Cures Acceleration Network Update

     The Cures Acceleration Network (CAN), a key component of health reform legislation, aims to speed up the development of new drugs and therapies.
 
The bill authorizes Congress to appropriate up to $500 million to establish CAN in the Office of the Director at the National Institutes of Health (NIH).  The Parkinson's community has been a leader on this issue in Washington, DC, and it is heartening to see a level of support for this program that unites patient advocacy organizations, biotech companies, research institutions, and NIH itself.
 
On May 5, NIH Director Francis Collins, M.D., Ph.D., testified before the Senate Committee on Appropriations Subcommittee on Labor, Health and Human Services, Education, and Related Agencies, and had this to say about CAN:
 
"From my perspective, this is one of the five themes that I published in Science Magazine as being most worthy of high priority attention.  The Cures Acceleration Network fits very nicely into that but provides some additional flexibility.  So this is a very high priority for us."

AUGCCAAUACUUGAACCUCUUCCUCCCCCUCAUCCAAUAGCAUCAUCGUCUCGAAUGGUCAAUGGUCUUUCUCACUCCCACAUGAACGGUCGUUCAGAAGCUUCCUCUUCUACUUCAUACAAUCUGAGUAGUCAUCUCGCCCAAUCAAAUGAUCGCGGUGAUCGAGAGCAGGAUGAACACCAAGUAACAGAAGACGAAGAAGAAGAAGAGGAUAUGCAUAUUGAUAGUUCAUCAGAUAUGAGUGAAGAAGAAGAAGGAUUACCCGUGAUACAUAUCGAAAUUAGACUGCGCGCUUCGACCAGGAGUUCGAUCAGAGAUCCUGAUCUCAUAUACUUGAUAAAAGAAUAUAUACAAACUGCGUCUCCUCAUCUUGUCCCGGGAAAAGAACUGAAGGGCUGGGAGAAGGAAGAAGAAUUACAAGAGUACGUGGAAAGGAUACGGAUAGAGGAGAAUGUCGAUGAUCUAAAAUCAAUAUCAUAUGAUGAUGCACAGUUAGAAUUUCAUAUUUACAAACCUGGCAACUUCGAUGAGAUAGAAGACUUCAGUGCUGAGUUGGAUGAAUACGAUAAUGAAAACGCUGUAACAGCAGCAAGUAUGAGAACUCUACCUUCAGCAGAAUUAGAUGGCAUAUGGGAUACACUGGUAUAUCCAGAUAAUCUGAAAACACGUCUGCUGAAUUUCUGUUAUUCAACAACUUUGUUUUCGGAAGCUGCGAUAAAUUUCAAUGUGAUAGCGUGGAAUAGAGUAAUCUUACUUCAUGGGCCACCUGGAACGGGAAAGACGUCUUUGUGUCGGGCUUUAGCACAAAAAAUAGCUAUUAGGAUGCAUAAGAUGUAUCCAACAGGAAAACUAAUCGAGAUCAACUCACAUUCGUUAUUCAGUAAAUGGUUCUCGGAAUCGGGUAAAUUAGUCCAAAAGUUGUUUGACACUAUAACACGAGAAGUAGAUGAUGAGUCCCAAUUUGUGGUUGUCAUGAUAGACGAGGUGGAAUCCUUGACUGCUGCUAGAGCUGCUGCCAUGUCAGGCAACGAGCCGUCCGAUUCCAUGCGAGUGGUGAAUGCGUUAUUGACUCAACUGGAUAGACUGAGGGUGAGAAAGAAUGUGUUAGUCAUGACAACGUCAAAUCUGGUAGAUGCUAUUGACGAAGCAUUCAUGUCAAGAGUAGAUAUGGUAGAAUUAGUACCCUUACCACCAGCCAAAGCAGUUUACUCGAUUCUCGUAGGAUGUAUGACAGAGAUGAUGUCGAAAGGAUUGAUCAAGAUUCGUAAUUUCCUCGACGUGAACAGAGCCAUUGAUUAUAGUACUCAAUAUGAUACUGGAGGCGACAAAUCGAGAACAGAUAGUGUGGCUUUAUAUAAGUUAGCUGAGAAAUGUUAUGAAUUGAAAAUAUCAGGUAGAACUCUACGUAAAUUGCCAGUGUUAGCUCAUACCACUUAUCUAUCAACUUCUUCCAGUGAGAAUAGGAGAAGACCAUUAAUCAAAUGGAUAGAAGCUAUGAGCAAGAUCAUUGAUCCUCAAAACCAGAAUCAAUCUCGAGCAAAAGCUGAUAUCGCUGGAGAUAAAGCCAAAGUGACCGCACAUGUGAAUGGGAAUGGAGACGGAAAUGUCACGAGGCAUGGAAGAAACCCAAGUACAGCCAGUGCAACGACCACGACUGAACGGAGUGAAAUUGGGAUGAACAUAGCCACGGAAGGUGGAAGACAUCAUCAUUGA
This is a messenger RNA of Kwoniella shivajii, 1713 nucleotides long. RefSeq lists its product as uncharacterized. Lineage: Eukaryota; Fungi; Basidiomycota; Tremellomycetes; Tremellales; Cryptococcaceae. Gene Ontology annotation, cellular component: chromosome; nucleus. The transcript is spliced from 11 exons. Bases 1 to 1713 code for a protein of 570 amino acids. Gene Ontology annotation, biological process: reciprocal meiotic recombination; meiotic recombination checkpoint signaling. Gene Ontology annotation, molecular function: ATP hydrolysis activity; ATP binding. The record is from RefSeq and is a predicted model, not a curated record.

Please stay tuned to PAN Action Alerts as the appropriations process continues in Congress - your help will be needed to secure funding for cutting-edge research into the next generation of treatments and cures for Parkinson's and other diseases.
 
We are pleased that NIH now has the authority to establish CAN.  We urge Congress to appropriate $500 million for CAN in Fiscal Year 2011 and that the funds be made available until expended.  This will allow NIH to begin implementation of CAN, establish the CAN Board, analyze the research needs, and start the process of making the kinds of translational grants that will get new drugs and therapies to those who most need them.
 
PAN is leading the effort to secure funding for CAN.  In April, PAN gathered 81 organization signatures on a letter urging the Senate Labor-HHS Appropriations Subcommittee to appropriate $500 million for CAN.  In May, 84 organizations signed on to a similar letter urging the House Labor-HHS Appropriations Subcommittee to provide the full funding.